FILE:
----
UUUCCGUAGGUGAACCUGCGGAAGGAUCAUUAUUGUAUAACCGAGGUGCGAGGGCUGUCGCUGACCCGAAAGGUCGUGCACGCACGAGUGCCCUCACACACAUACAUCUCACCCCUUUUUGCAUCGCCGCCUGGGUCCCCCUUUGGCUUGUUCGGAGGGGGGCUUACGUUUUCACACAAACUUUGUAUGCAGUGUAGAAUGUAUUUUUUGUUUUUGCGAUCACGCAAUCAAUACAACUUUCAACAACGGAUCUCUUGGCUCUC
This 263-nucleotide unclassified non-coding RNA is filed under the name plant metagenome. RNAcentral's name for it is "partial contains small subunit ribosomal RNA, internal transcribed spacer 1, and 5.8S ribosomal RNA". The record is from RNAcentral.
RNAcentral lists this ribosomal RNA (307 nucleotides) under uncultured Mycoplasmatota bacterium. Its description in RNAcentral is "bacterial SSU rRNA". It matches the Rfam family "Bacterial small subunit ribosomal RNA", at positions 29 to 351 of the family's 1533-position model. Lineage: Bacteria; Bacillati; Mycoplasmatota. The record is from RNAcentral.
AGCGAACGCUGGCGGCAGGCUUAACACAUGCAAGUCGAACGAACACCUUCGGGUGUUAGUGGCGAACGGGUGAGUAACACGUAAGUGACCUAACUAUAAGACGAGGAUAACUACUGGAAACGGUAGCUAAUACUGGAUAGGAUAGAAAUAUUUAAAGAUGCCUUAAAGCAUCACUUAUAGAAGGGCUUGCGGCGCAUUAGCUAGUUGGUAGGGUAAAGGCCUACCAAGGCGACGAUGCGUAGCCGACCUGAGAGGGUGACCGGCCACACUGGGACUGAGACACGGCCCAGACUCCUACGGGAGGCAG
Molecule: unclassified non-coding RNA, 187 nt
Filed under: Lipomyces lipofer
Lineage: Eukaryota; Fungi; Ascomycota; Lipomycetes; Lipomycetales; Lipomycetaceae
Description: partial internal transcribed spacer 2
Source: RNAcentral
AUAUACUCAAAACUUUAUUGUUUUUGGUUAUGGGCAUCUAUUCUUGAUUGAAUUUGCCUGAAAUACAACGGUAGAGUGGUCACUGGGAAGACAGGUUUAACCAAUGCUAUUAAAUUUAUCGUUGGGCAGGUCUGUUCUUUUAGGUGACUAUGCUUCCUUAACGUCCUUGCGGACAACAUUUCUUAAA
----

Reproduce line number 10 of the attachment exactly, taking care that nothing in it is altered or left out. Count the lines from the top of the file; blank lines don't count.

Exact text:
AUAUACUCAAAACUUUAUUGUUUUUGGUUAUGGGCAUCUAUUCUUGAUUGAAUUUGCCUGAAAUACAACGGUAGAGUGGUCACUGGGAAGACAGGUUUAACCAAUGCUAUUAAAUUUAUCGUUGGGCAGGUCUGUUCUUUUAGGUGACUAUGCUUCCUUAACGUCCUUGCGGACAACAUUUCUUAAA